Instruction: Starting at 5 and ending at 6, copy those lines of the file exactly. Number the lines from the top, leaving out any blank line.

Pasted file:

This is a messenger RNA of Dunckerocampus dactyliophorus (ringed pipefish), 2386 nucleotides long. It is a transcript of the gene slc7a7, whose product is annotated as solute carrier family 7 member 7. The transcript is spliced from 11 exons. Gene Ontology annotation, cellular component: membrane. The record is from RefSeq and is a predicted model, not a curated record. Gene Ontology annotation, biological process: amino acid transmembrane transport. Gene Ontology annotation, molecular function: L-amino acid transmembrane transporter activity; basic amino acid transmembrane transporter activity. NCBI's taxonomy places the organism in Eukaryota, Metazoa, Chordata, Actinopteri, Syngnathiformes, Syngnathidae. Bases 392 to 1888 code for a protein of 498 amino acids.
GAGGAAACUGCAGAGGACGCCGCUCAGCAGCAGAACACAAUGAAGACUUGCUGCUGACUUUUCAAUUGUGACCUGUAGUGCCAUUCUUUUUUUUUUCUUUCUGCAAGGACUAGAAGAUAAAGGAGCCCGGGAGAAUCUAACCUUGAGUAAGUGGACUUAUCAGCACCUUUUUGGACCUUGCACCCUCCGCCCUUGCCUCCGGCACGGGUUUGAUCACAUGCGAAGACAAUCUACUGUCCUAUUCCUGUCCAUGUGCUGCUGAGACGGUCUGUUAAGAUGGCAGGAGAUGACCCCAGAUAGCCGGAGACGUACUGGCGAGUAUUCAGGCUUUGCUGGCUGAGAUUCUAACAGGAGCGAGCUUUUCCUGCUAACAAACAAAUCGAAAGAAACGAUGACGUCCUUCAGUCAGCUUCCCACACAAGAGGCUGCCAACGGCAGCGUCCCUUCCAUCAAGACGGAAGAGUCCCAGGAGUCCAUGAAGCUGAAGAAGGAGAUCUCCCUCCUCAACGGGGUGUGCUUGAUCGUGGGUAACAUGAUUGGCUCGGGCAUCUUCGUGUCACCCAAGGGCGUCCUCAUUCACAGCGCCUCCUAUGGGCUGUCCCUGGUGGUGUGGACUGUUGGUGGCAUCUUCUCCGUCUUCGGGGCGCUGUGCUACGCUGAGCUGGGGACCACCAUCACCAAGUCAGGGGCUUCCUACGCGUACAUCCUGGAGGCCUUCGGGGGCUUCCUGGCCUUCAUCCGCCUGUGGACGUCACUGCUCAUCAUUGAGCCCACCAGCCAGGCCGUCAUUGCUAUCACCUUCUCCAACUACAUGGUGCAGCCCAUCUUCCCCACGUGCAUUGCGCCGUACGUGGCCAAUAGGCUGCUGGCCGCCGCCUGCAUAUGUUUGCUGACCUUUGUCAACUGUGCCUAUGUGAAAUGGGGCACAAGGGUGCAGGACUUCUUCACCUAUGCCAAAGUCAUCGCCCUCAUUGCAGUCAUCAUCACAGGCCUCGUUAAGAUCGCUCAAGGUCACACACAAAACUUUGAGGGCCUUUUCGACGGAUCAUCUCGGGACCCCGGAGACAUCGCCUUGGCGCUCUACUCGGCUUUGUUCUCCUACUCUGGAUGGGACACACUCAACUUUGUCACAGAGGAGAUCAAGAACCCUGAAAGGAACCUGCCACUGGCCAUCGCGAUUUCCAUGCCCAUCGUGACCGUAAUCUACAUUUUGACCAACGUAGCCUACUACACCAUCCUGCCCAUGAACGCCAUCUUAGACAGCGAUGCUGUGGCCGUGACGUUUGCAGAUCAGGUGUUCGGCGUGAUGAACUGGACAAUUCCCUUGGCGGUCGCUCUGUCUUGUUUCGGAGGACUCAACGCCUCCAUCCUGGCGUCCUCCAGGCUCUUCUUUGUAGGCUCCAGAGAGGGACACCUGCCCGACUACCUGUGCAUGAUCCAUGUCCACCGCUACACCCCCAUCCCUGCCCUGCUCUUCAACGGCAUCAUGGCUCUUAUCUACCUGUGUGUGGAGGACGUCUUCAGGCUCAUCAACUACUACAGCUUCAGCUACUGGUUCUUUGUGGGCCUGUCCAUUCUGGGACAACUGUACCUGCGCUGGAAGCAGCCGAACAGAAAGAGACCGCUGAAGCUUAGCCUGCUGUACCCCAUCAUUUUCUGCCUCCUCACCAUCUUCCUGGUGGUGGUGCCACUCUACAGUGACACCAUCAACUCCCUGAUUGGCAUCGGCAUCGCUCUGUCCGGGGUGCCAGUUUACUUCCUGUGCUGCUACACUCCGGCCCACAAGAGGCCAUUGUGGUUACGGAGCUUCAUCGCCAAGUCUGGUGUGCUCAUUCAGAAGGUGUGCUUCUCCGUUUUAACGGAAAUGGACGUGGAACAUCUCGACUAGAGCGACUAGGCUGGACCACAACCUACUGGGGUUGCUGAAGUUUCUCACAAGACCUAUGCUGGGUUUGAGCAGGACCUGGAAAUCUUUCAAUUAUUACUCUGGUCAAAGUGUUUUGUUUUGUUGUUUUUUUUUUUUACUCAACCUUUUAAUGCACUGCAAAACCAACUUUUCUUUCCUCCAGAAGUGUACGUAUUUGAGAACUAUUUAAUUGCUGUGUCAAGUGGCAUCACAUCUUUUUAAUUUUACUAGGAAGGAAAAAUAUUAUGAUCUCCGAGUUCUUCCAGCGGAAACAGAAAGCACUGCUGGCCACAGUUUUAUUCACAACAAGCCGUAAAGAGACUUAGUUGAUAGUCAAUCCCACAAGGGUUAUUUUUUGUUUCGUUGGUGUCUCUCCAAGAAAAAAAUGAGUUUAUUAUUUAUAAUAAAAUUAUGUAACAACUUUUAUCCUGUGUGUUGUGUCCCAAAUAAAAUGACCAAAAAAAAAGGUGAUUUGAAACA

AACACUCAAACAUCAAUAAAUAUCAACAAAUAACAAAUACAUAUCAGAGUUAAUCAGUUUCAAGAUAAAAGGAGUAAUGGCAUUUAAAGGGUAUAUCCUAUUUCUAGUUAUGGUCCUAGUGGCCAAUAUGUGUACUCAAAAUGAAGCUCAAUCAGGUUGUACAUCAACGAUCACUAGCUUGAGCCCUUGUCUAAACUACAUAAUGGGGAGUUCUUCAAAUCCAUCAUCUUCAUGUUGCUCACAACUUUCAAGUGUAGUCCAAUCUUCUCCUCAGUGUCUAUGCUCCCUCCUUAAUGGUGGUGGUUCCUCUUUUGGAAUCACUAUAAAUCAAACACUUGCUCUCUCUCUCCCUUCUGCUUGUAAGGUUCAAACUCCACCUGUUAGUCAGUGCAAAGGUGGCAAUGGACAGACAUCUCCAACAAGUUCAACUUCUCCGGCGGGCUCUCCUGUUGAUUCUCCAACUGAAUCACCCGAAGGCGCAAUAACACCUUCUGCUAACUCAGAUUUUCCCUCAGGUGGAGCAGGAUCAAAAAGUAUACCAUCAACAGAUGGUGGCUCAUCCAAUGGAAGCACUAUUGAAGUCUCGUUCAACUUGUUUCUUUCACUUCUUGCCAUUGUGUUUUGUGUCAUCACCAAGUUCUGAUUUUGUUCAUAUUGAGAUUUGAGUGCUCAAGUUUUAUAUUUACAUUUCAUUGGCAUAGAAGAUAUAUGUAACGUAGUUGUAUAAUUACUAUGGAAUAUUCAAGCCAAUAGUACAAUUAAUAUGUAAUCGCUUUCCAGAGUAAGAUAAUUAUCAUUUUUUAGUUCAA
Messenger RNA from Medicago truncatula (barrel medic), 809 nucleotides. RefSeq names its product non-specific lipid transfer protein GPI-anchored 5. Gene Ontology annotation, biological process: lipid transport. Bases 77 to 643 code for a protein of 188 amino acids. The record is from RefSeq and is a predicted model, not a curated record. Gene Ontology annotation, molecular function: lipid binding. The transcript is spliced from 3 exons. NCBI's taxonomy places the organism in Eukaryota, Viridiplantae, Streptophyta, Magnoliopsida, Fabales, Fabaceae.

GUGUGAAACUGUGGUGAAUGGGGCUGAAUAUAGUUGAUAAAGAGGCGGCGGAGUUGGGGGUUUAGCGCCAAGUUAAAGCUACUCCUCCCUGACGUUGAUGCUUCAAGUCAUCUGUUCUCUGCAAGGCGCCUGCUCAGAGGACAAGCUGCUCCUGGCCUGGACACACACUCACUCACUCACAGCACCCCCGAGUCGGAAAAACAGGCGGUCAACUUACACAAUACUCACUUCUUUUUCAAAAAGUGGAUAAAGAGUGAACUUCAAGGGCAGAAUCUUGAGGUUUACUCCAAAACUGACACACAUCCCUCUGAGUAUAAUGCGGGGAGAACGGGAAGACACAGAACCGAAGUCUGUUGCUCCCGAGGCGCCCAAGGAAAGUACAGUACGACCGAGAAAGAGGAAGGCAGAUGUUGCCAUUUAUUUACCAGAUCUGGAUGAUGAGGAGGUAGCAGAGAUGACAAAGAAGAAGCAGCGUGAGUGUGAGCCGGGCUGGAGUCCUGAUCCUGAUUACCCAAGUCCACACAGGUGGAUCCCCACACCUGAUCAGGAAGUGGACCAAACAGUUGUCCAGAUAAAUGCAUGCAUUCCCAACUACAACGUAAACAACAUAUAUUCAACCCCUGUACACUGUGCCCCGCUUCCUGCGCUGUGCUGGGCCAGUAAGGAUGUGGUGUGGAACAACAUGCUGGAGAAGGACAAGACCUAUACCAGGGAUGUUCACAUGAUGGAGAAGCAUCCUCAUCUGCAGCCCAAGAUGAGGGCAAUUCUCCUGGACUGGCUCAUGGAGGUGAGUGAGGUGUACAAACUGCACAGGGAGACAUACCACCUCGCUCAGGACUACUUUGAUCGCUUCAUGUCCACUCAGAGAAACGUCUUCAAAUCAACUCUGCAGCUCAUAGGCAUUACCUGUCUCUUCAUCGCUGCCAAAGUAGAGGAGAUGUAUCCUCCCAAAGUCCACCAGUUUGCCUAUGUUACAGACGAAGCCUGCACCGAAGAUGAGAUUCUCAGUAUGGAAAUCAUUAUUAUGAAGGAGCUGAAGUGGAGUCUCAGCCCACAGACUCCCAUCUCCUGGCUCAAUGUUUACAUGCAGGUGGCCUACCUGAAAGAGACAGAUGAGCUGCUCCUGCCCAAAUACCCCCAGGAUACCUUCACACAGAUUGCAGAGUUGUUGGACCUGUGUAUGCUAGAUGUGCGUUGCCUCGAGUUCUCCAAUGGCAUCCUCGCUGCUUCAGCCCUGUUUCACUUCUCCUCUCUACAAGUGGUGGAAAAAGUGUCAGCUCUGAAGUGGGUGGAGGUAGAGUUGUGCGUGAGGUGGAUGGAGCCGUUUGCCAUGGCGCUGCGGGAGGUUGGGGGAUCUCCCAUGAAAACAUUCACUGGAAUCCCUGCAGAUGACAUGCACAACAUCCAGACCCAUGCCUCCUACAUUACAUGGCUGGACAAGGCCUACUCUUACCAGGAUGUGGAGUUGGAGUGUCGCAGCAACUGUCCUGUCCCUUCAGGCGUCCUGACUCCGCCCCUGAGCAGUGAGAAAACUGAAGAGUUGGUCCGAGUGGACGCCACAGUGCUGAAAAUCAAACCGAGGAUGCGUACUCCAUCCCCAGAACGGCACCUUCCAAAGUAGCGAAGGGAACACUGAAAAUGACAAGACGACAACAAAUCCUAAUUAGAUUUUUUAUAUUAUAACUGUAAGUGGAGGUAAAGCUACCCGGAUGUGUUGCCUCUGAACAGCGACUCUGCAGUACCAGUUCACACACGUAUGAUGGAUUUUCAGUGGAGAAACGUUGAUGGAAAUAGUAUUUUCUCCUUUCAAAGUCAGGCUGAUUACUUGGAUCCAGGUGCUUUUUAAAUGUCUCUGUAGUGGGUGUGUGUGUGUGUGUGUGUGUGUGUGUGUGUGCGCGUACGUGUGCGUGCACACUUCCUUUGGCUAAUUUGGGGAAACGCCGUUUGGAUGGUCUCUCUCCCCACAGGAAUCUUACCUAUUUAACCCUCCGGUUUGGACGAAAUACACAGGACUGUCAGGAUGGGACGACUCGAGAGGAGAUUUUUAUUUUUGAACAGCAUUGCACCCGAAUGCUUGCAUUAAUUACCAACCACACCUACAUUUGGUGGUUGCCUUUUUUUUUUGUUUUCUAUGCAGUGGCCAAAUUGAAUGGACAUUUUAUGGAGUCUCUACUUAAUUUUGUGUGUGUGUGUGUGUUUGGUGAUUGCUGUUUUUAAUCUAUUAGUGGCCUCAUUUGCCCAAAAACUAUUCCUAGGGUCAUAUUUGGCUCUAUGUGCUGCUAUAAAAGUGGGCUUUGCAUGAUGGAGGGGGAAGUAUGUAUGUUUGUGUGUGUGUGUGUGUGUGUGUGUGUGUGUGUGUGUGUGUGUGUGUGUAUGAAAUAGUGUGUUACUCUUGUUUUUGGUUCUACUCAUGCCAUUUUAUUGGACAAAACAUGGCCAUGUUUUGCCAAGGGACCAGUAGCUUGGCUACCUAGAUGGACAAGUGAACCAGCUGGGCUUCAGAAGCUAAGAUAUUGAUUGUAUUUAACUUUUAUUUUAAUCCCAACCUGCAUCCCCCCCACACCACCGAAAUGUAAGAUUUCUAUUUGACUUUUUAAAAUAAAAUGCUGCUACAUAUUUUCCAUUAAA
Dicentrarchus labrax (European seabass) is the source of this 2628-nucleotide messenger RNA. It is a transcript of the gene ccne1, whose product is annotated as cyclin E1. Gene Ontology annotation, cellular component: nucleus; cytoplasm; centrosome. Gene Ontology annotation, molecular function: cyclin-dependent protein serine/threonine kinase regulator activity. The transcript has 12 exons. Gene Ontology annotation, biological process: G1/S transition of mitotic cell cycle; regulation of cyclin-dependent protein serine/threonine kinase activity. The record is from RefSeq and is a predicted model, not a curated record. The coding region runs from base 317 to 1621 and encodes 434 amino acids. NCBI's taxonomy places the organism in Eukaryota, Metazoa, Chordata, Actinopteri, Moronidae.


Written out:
GUGUGAAACUGUGGUGAAUGGGGCUGAAUAUAGUUGAUAAAGAGGCGGCGGAGUUGGGGGUUUAGCGCCAAGUUAAAGCUACUCCUCCCUGACGUUGAUGCUUCAAGUCAUCUGUUCUCUGCAAGGCGCCUGCUCAGAGGACAAGCUGCUCCUGGCCUGGACACACACUCACUCACUCACAGCACCCCCGAGUCGGAAAAACAGGCGGUCAACUUACACAAUACUCACUUCUUUUUCAAAAAGUGGAUAAAGAGUGAACUUCAAGGGCAGAAUCUUGAGGUUUACUCCAAAACUGACACACAUCCCUCUGAGUAUAAUGCGGGGAGAACGGGAAGACACAGAACCGAAGUCUGUUGCUCCCGAGGCGCCCAAGGAAAGUACAGUACGACCGAGAAAGAGGAAGGCAGAUGUUGCCAUUUAUUUACCAGAUCUGGAUGAUGAGGAGGUAGCAGAGAUGACAAAGAAGAAGCAGCGUGAGUGUGAGCCGGGCUGGAGUCCUGAUCCUGAUUACCCAAGUCCACACAGGUGGAUCCCCACACCUGAUCAGGAAGUGGACCAAACAGUUGUCCAGAUAAAUGCAUGCAUUCCCAACUACAACGUAAACAACAUAUAUUCAACCCCUGUACACUGUGCCCCGCUUCCUGCGCUGUGCUGGGCCAGUAAGGAUGUGGUGUGGAACAACAUGCUGGAGAAGGACAAGACCUAUACCAGGGAUGUUCACAUGAUGGAGAAGCAUCCUCAUCUGCAGCCCAAGAUGAGGGCAAUUCUCCUGGACUGGCUCAUGGAGGUGAGUGAGGUGUACAAACUGCACAGGGAGACAUACCACCUCGCUCAGGACUACUUUGAUCGCUUCAUGUCCACUCAGAGAAACGUCUUCAAAUCAACUCUGCAGCUCAUAGGCAUUACCUGUCUCUUCAUCGCUGCCAAAGUAGAGGAGAUGUAUCCUCCCAAAGUCCACCAGUUUGCCUAUGUUACAGACGAAGCCUGCACCGAAGAUGAGAUUCUCAGUAUGGAAAUCAUUAUUAUGAAGGAGCUGAAGUGGAGUCUCAGCCCACAGACUCCCAUCUCCUGGCUCAAUGUUUACAUGCAGGUGGCCUACCUGAAAGAGACAGAUGAGCUGCUCCUGCCCAAAUACCCCCAGGAUACCUUCACACAGAUUGCAGAGUUGUUGGACCUGUGUAUGCUAGAUGUGCGUUGCCUCGAGUUCUCCAAUGGCAUCCUCGCUGCUUCAGCCCUGUUUCACUUCUCCUCUCUACAAGUGGUGGAAAAAGUGUCAGCUCUGAAGUGGGUGGAGGUAGAGUUGUGCGUGAGGUGGAUGGAGCCGUUUGCCAUGGCGCUGCGGGAGGUUGGGGGAUCUCCCAUGAAAACAUUCACUGGAAUCCCUGCAGAUGACAUGCACAACAUCCAGACCCAUGCCUCCUACAUUACAUGGCUGGACAAGGCCUACUCUUACCAGGAUGUGGAGUUGGAGUGUCGCAGCAACUGUCCUGUCCCUUCAGGCGUCCUGACUCCGCCCCUGAGCAGUGAGAAAACUGAAGAGUUGGUCCGAGUGGACGCCACAGUGCUGAAAAUCAAACCGAGGAUGCGUACUCCAUCCCCAGAACGGCACCUUCCAAAGUAGCGAAGGGAACACUGAAAAUGACAAGACGACAACAAAUCCUAAUUAGAUUUUUUAUAUUAUAACUGUAAGUGGAGGUAAAGCUACCCGGAUGUGUUGCCUCUGAACAGCGACUCUGCAGUACCAGUUCACACACGUAUGAUGGAUUUUCAGUGGAGAAACGUUGAUGGAAAUAGUAUUUUCUCCUUUCAAAGUCAGGCUGAUUACUUGGAUCCAGGUGCUUUUUAAAUGUCUCUGUAGUGGGUGUGUGUGUGUGUGUGUGUGUGUGUGUGUGUGCGCGUACGUGUGCGUGCACACUUCCUUUGGCUAAUUUGGGGAAACGCCGUUUGGAUGGUCUCUCUCCCCACAGGAAUCUUACCUAUUUAACCCUCCGGUUUGGACGAAAUACACAGGACUGUCAGGAUGGGACGACUCGAGAGGAGAUUUUUAUUUUUGAACAGCAUUGCACCCGAAUGCUUGCAUUAAUUACCAACCACACCUACAUUUGGUGGUUGCCUUUUUUUUUUGUUUUCUAUGCAGUGGCCAAAUUGAAUGGACAUUUUAUGGAGUCUCUACUUAAUUUUGUGUGUGUGUGUGUGUUUGGUGAUUGCUGUUUUUAAUCUAUUAGUGGCCUCAUUUGCCCAAAAACUAUUCCUAGGGUCAUAUUUGGCUCUAUGUGCUGCUAUAAAAGUGGGCUUUGCAUGAUGGAGGGGGAAGUAUGUAUGUUUGUGUGUGUGUGUGUGUGUGUGUGUGUGUGUGUGUGUGUGUGUGUGUGUAUGAAAUAGUGUGUUACUCUUGUUUUUGGUUCUACUCAUGCCAUUUUAUUGGACAAAACAUGGCCAUGUUUUGCCAAGGGACCAGUAGCUUGGCUACCUAGAUGGACAAGUGAACCAGCUGGGCUUCAGAAGCUAAGAUAUUGAUUGUAUUUAACUUUUAUUUUAAUCCCAACCUGCAUCCCCCCCACACCACCGAAAUGUAAGAUUUCUAUUUGACUUUUUAAAAUAAAAUGCUGCUACAUAUUUUCCAUUAAA
Dicentrarchus labrax (European seabass) is the source of this 2628-nucleotide messenger RNA. It is a transcript of the gene ccne1, whose product is annotated as cyclin E1. Gene Ontology annotation, cellular component: nucleus; cytoplasm; centrosome. Gene Ontology annotation, molecular function: cyclin-dependent protein serine/threonine kinase regulator activity. The transcript has 12 exons. Gene Ontology annotation, biological process: G1/S transition of mitotic cell cycle; regulation of cyclin-dependent protein serine/threonine kinase activity. The record is from RefSeq and is a predicted model, not a curated record. The coding region runs from base 317 to 1621 and encodes 434 amino acids. NCBI's taxonomy places the organism in Eukaryota, Metazoa, Chordata, Actinopteri, Moronidae.